Alex Dimitrov wants to bring mischief back to poetry, and by the looks of things, he’s succeeding.
Dimitrov’s the brains behind Wilde Boys, a “queer poetry salon” that hops and skips across Manhattan once a month to discuss the work of a gay poet. Depending on the night—or as Dimitrov says, “depending on how drunk people get”—these discussions range from Frank O’Hara to James Franco, from MFAs to STDs.
But Wilde Boys is not merely a post-grad soiree for New York’s literary-ambitious, though it may seem like it. Poets as luminous as John Ashbery, Frank Bidart and Mark Doty have all been featured as honored guests, as well as writers Michael Cunningham and Edmund White, who aren’t poets, exactly, but give off hints that they could be.
Since Wilde Boys depends on the kindness of friends to host meetings in their private homes, a strict RSVP policy is necessary. Opening it up to larger public venues, Dimitrov says, would be too much of a departure from the salon’s original aims. “I wanted it to be this space where people had few inhibitions—inviting to all these things. I don't want to use the word exclusive, because that sounds bad, but why not? I wanted to it to be private and exclusive, because that's the way people get comfortable with one another, when they feel like they're in a space with people they can trust.”
Despite the impenetrable specificity (to some) of its identity markers (“queer poetry” bites a slim chunk off an already meager public interest in poetry in general), the overall feel of Wilde Boys is one of open-armed, cocktail-induced merriment, with just a touch of anti-patriarchal resentment to be expected from young writers thwarted by the high demands of making their art and the world’s low demand for buying it.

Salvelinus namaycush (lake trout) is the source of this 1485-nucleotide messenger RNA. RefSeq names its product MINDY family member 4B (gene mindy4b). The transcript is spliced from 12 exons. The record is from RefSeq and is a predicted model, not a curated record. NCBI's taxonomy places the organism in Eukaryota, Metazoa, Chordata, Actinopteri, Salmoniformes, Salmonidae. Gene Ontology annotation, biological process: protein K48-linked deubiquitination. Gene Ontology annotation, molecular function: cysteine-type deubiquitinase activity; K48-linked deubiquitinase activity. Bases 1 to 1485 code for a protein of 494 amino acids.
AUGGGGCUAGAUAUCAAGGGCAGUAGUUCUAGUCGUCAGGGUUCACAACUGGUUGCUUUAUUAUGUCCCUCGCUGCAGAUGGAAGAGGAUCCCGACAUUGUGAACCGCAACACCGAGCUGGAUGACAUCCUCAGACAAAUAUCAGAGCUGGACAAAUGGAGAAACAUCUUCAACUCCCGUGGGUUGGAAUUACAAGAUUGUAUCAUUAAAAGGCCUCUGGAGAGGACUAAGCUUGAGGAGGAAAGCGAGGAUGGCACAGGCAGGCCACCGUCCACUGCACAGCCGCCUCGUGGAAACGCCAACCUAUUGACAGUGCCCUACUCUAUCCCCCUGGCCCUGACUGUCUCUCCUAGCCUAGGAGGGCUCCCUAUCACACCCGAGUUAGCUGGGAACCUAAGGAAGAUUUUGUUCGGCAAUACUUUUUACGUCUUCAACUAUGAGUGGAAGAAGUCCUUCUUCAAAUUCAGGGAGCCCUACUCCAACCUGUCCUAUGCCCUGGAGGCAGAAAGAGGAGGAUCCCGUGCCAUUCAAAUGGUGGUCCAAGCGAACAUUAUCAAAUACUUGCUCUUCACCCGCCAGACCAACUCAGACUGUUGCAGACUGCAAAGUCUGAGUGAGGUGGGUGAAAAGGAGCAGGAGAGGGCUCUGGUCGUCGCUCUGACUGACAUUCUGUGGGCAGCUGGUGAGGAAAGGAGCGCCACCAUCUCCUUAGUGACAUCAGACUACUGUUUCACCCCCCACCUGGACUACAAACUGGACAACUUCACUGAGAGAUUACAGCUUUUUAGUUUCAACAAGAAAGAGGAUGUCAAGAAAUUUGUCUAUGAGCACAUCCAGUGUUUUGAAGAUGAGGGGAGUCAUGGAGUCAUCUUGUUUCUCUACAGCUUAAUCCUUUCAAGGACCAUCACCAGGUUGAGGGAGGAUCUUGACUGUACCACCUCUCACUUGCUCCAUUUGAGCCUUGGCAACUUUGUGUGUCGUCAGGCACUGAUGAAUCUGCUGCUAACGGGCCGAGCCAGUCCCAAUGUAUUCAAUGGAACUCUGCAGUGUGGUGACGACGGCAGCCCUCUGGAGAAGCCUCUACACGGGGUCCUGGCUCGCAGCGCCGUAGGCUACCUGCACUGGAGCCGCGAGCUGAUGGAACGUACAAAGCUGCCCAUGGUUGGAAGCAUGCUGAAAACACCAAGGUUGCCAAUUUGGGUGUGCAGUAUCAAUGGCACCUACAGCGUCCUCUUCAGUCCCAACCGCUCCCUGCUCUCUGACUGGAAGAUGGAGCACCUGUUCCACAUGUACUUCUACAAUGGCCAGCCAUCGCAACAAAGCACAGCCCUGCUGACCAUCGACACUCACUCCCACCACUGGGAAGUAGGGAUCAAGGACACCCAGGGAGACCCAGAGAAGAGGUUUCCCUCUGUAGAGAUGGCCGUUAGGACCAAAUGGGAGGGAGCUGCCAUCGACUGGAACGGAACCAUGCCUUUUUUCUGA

Last month’s guest was Eileen Myles, a lesbian New York émigré from Boston who came of age as a poet in the late '70s. Dimitrov lead the armchair discussion with Myles, whose book Inferno: A Poet’s Novel documents her tumultuous life as a queer artist. Emphatically not a reading series, Wilde Boys did get one reading out of Myles: “American Poem," arguably her most accessible.
Dimitrov says accessibility in poetry is definitely something he’s down with. “I really liked the poetry in the subways. Let's do more things like that—bring poetry into spaces where we don't expect poetry to be,” he said, before adding, “Maybe poetry needs a little more of soft-core porn, more drugs, more deviance.”
Now that’s more like it.
Interested in attending Wilde Boys for yourself? Follow them on Twitter.
Alex Dimitrov's first book of poems, Begging For It, is forthcoming from Four Way Books. He is the founder of Wilde Boys, a queer poetry salon. His poems have appeared in the American Poetry Review, Kenyon Review, Yale Review, Tin House, and Boston Review. He works at the Academy of American Poets and frequently writes for Poets & Writers magazine.
Editor's Note: an earlier version of this story had a quote which appeared to be attributed to Alex Dimitrov, but was not said by him and has been removed.